It was the same man, but he looked different.
Most of his teeth were missing, and he was hunched over. His shoulders curled in towards his chest. And he seemed… shorter. It was as if he had been left in the dryer too long. All of his features were sucked in, shrunken.
We made eye contact for a second or two and then he walked off. I haven’t seen him since.
A lot of people think that smartphones are these addiction engines, perfectly designed to “hook” their users; ensnaring them in endless time-wasting activities. While I don’t deny that smartphones and their associated apps are quite engaging (and can consume a lot of time and attention), I do take issue with them being characterized as “addictive”… and I don’t think that the smartphone-checking/using behavior is, itself, the problem, anyways.
In this section, I want to make the point that smartphone/tech addiction isn’t a real addiction, and to call it one is hyperbolic and irresponsible.
Have you ever heard of someone being so addicted to a video game (or Facebook) that they weren’t able to hold a job and earn a living? Have you ever heard of someone scrolling through their Twitter feed so much that they ended up on the street, unable to escape the ravages of homelessness? Me neither.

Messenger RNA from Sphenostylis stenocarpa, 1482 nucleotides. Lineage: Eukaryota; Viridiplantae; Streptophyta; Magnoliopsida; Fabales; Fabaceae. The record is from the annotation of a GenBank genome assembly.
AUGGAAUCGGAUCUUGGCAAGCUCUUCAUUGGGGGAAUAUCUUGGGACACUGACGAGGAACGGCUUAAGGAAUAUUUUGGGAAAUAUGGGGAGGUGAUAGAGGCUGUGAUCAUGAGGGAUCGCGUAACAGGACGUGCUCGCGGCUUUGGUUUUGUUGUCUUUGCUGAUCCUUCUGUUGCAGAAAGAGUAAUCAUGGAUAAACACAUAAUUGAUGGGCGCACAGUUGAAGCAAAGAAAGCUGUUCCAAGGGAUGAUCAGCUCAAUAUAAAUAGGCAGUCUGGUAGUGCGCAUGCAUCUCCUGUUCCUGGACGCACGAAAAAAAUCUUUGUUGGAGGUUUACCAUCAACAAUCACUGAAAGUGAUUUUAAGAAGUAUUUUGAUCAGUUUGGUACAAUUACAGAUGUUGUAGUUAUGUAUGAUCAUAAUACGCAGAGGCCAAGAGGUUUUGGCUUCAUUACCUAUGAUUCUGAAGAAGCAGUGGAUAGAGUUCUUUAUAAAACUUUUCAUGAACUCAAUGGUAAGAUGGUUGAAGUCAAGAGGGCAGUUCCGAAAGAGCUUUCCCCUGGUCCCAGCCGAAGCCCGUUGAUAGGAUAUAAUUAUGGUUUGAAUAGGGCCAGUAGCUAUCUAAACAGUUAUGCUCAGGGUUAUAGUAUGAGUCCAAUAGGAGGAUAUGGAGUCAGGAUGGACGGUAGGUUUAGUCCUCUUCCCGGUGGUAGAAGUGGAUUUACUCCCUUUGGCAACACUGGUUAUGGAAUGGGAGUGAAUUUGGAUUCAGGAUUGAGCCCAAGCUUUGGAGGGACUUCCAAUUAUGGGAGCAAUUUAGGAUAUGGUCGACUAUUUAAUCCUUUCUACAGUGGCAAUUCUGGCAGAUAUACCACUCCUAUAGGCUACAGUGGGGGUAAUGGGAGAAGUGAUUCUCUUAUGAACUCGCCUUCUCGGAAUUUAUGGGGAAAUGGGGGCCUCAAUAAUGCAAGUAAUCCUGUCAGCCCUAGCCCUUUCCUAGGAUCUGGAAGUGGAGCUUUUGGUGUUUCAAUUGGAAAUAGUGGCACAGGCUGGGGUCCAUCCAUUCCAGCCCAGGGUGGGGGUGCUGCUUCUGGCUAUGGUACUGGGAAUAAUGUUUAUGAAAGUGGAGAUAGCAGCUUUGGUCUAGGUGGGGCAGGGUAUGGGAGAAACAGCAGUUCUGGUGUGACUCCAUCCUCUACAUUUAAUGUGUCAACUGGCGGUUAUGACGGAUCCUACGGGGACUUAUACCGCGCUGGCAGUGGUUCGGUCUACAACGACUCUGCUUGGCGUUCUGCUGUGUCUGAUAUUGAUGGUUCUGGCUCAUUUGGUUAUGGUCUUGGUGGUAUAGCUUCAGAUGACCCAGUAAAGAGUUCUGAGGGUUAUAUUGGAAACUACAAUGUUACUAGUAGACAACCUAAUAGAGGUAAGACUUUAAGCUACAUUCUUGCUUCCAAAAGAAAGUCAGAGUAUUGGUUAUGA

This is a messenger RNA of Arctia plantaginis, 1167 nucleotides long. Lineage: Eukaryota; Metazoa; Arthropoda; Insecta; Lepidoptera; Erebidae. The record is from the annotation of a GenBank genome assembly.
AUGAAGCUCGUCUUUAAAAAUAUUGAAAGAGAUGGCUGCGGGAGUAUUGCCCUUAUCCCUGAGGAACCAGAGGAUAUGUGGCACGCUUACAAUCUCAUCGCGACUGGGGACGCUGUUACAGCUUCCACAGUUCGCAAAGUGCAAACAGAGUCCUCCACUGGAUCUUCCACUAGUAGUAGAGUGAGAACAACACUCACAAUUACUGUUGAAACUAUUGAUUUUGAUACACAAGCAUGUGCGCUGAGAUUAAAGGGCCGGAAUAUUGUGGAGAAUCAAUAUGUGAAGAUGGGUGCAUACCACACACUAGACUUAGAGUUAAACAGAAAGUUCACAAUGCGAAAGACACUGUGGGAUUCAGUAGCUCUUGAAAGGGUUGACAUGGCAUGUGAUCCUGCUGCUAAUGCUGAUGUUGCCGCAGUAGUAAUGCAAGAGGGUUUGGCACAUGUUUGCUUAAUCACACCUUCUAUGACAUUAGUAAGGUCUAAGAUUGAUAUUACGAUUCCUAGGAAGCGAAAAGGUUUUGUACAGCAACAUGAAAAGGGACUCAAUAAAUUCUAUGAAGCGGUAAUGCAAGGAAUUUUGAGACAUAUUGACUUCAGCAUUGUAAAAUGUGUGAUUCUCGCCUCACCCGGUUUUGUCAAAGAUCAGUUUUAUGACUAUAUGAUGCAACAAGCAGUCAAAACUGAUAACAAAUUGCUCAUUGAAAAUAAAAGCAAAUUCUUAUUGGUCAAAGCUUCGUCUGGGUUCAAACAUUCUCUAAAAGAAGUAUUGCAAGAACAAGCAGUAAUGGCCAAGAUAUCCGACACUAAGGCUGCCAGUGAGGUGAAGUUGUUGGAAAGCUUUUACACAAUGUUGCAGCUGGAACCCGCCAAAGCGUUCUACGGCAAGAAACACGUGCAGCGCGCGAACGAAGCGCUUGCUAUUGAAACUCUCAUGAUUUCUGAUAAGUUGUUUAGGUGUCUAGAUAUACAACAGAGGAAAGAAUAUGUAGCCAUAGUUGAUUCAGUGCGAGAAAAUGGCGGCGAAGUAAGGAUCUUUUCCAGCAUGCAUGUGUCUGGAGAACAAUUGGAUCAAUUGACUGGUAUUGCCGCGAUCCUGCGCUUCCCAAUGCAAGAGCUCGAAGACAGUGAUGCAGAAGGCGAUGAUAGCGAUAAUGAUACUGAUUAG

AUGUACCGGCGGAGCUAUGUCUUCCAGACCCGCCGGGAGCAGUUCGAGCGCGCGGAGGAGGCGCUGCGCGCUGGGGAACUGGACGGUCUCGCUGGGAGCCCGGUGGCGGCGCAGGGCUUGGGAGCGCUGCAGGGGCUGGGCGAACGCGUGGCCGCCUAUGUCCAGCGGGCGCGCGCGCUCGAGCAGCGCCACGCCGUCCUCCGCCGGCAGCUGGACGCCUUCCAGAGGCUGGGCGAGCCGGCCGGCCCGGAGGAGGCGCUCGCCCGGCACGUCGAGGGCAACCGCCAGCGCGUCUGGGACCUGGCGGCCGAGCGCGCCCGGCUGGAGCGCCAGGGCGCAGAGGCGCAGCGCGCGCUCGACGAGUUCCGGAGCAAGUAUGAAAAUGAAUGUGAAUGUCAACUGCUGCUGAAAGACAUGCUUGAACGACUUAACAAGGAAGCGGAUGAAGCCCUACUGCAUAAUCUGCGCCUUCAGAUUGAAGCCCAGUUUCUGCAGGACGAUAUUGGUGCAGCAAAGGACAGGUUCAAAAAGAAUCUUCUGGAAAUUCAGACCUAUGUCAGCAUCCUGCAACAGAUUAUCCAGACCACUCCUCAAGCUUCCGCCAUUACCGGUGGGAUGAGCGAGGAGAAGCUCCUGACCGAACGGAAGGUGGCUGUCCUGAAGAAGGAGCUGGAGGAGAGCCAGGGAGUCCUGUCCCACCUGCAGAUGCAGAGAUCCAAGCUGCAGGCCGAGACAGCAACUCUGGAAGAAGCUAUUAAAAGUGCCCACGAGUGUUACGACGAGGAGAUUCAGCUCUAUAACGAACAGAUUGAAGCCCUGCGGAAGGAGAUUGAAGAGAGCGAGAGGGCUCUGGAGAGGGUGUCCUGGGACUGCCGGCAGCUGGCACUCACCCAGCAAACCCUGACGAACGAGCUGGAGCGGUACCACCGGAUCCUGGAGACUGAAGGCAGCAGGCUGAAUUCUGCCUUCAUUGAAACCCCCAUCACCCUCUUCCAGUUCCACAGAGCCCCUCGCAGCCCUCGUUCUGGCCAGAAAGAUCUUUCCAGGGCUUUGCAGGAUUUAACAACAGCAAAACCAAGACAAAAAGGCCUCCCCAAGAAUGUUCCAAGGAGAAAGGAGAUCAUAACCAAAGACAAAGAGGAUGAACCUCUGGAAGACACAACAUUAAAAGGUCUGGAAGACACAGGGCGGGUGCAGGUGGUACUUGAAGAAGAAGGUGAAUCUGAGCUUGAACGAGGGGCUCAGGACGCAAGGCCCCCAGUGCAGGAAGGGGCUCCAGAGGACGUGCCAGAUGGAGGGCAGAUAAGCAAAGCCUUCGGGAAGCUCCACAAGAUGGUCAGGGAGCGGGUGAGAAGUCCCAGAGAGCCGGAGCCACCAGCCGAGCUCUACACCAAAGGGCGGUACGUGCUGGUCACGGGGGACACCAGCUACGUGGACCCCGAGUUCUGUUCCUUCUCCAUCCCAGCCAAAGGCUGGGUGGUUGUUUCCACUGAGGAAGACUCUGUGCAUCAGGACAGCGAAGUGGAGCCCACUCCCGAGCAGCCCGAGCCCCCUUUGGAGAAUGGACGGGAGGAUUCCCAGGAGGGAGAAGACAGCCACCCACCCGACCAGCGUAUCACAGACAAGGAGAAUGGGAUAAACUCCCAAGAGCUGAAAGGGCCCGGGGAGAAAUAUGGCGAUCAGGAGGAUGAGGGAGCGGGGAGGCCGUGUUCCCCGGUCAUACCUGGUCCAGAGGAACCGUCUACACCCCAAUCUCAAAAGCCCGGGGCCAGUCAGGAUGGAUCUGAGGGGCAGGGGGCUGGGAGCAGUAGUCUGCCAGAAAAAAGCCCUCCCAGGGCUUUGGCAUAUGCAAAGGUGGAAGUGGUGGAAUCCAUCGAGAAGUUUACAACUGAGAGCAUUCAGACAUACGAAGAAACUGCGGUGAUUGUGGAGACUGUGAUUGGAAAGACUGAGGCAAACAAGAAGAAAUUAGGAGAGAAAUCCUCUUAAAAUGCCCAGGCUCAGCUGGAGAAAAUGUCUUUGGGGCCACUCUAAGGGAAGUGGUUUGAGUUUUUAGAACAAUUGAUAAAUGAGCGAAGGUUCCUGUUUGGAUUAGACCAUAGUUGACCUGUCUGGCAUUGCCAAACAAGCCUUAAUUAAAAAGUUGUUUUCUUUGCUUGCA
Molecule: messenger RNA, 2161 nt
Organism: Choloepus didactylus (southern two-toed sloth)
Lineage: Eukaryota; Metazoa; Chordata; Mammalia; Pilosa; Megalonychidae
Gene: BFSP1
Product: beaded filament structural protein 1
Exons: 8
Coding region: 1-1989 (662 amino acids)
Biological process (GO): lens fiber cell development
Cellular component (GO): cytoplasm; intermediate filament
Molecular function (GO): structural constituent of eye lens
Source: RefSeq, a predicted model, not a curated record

Addiction is a serious thing. It’s heartbreaking. It’s bloody. It destroys lives and families. It decays the body, the mind, and the spirit of the person in its clutches.
So, when we call something an addiction, we better be sure it’s worthy of the label.
In the case of “smartphone addiction” and “technology/app addiction”, this is not the case. Having trouble controlling your desire to see what your friend Michael is up to, or getting caught up in a 30-minute nostalgia session, is on a completely different, less serious level.
You may think that everything I’ve said up to this point sounds nice, but is there *really* any scientific evidence for what I’m saying? Yes. From a neurobiological point of view, we can actually quantify how addictive something is likely to be. How can we do this? By measuring dopamine levels in the brain. When you’re getting fully stimulated by tech (a video game, in this case), your dopamine levels actually double (compared to a baseline, resting state). Sounds huge, doesn’t it?
Well — that’s about the increase you’d get while eating a piece of pizza.